ACOG Guidance: Antibiotic Prophylaxis during Labor and Delivery

SUMMARY:

ACOG has released a Practice Bulletin on the role of prophylactic antibiotics in labor and delivery. Timing is of paramount importance because the goal is to have adequate tissue levels before exposure to a pathogen

Cesarean Section Antibiotic Prophylaxis  

Prophylaxis Recommendation 

  • All cesarean deliveries unless already on equivalent broad spectrum coverage  
    • Administer within 60 minutes before the start of the cesarean delivery  
  • If not possible (e.g., emergency surgery)
    • Administer as soon as possible after the incision

Weight Adjusted Dosing (IV route) 

  • No Allergy  
    • Normal BMI (weight ≤80 kg) 
      • 1 g cefazolin   
    • Obese: BMI ≥30 or weight ≥80 kg 
      • 2 g cefazolin
  • Allergy (anaphylaxis, angioedema, respiratory distress, or urticaria)
    • 900 mg clindamycin and 5 mg/kg aminoglycoside

Notes 

  • Some hospitals may standardize a 2 g cefazolin dose for all patients  
  • For non-obstetric patients, consensus opinion is 2 g cefazolin for patients ≥80 kg and 3 g cefazolin for patients ≥120 kg
    • Data conflicting on 2 vs 3 g cefazolin dosing in obstetric population
    • Increasing the dose to 2 g for ≥80 kg is recommended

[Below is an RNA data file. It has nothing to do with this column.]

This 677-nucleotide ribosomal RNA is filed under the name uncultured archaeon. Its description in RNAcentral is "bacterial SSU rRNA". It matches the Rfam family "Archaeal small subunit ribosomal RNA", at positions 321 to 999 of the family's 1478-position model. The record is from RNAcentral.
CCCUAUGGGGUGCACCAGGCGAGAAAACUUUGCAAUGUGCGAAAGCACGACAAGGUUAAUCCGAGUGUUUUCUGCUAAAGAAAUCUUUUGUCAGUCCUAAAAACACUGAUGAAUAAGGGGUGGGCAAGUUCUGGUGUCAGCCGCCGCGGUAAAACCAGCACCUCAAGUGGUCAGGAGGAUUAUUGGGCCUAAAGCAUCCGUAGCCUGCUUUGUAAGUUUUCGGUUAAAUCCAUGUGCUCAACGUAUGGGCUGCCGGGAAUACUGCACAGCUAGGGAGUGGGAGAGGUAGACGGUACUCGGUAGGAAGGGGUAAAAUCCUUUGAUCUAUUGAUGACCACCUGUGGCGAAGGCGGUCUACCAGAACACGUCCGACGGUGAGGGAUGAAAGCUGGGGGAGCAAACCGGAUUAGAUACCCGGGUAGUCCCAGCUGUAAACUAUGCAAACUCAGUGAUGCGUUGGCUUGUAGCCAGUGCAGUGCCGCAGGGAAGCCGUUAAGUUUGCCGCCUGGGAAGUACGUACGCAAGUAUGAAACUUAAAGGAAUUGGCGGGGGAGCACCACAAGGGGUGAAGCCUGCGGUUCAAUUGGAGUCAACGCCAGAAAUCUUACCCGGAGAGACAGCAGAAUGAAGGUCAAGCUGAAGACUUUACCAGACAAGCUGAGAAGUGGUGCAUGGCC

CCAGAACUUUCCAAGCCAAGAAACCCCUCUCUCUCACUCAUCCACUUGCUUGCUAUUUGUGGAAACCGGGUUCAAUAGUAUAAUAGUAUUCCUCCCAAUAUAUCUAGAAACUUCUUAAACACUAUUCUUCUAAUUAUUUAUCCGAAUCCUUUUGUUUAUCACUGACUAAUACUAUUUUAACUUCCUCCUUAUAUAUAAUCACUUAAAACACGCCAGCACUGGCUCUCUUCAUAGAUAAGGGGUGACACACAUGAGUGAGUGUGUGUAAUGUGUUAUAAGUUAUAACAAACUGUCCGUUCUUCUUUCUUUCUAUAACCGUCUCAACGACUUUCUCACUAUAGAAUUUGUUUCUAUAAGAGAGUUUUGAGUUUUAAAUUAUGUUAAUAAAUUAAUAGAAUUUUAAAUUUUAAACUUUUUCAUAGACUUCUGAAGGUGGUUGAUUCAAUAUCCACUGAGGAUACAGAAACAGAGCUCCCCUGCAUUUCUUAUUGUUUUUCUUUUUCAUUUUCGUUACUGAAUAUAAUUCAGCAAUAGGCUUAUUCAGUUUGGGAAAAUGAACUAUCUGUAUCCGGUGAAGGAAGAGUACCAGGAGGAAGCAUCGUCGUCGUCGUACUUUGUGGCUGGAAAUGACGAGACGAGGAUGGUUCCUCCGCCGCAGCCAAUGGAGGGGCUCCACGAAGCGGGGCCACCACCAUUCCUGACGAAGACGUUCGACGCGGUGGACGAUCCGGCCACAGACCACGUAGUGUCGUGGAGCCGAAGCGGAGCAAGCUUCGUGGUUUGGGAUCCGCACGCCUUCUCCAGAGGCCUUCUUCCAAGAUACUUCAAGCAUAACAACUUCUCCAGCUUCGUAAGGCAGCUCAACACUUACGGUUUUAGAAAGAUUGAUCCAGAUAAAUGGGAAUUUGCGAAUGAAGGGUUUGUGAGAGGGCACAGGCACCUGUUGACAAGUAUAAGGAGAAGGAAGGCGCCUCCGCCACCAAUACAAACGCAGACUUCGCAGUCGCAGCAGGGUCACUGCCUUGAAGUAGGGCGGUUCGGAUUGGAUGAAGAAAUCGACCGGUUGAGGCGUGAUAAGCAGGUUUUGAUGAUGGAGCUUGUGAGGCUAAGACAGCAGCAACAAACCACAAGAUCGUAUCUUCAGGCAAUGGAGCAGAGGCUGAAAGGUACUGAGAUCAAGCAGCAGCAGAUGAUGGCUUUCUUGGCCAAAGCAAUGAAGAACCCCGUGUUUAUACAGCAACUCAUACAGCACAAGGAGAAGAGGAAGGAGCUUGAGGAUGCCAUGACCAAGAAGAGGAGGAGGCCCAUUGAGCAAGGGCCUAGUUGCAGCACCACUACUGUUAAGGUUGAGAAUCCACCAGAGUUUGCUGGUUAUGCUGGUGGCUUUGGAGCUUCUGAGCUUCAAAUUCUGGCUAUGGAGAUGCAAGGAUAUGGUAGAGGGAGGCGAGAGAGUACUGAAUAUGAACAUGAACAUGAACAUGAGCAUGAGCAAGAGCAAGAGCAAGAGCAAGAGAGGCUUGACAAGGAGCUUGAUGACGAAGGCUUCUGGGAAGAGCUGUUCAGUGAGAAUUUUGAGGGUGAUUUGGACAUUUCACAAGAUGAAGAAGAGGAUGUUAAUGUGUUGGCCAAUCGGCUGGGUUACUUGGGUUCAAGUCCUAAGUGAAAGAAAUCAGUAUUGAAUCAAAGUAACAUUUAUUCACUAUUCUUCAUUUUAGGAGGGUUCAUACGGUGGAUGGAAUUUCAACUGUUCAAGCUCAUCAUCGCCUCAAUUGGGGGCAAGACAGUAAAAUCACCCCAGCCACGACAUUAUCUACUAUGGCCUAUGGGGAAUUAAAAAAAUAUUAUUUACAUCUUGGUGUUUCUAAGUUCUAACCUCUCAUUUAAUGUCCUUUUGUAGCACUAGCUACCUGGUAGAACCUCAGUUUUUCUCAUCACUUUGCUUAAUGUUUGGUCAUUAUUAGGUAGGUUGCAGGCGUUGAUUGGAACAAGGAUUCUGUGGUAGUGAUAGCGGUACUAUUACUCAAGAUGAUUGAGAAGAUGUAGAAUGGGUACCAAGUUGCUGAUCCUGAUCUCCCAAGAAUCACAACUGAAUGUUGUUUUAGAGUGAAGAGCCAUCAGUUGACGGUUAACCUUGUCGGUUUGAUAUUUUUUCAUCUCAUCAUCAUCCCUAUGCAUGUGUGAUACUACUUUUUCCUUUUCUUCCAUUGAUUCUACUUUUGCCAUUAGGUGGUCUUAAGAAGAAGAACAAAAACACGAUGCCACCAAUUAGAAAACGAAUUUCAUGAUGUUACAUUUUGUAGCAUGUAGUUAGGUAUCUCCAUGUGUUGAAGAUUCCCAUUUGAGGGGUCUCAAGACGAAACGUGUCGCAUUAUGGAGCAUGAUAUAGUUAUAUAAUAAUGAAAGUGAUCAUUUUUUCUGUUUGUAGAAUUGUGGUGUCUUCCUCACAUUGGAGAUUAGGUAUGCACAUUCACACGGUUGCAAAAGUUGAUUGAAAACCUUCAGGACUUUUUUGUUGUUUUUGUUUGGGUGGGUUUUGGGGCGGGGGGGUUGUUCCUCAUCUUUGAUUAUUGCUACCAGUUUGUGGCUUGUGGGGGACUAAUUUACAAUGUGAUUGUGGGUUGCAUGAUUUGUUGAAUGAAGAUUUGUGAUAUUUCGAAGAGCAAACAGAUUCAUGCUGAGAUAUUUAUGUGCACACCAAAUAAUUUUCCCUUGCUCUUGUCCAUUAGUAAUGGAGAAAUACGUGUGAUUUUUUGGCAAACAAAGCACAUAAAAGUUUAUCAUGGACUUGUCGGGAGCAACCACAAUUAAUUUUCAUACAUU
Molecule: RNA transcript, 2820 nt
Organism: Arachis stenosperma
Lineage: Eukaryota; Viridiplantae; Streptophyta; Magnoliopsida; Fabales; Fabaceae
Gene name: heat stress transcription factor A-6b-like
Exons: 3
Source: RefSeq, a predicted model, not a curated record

• Benefit of increasing to 3 g for ≥120 kg is not yet established
  • There is evidence that azithromycin may be an alternative or adjunct to first-generation cephalosporins  
    • Adding 500 mg azithromycin, infused over 1 hour, ‘may be considered’ for women undergoing nonelective cesarean  
  • Obesity and postcesarean prophylaxis   
    • Consider postoperative oral regimen in obese individuals who may not have received IV azithromycin 
      • 500-mg oral cephalexin and 500-mg metronidazole every 8 hours for 48 hours
  • Long procedure greater than 2 drug half-lives (>4 hours for cefazolin from time of dose)
    • Administer additional intraoperative dose of the same antibiotic
  • Excessive blood loss >1,500 ml
    • Administer additional intraoperative dose of the same antibiotic

KEY POINTS:  

Skin and Vaginal Preps  

Skin Prep Prior to Cesarean  

  • CDC recommends preop skin cleansing prior to cesarean  
  • Use alcohol-based solution unless contraindicated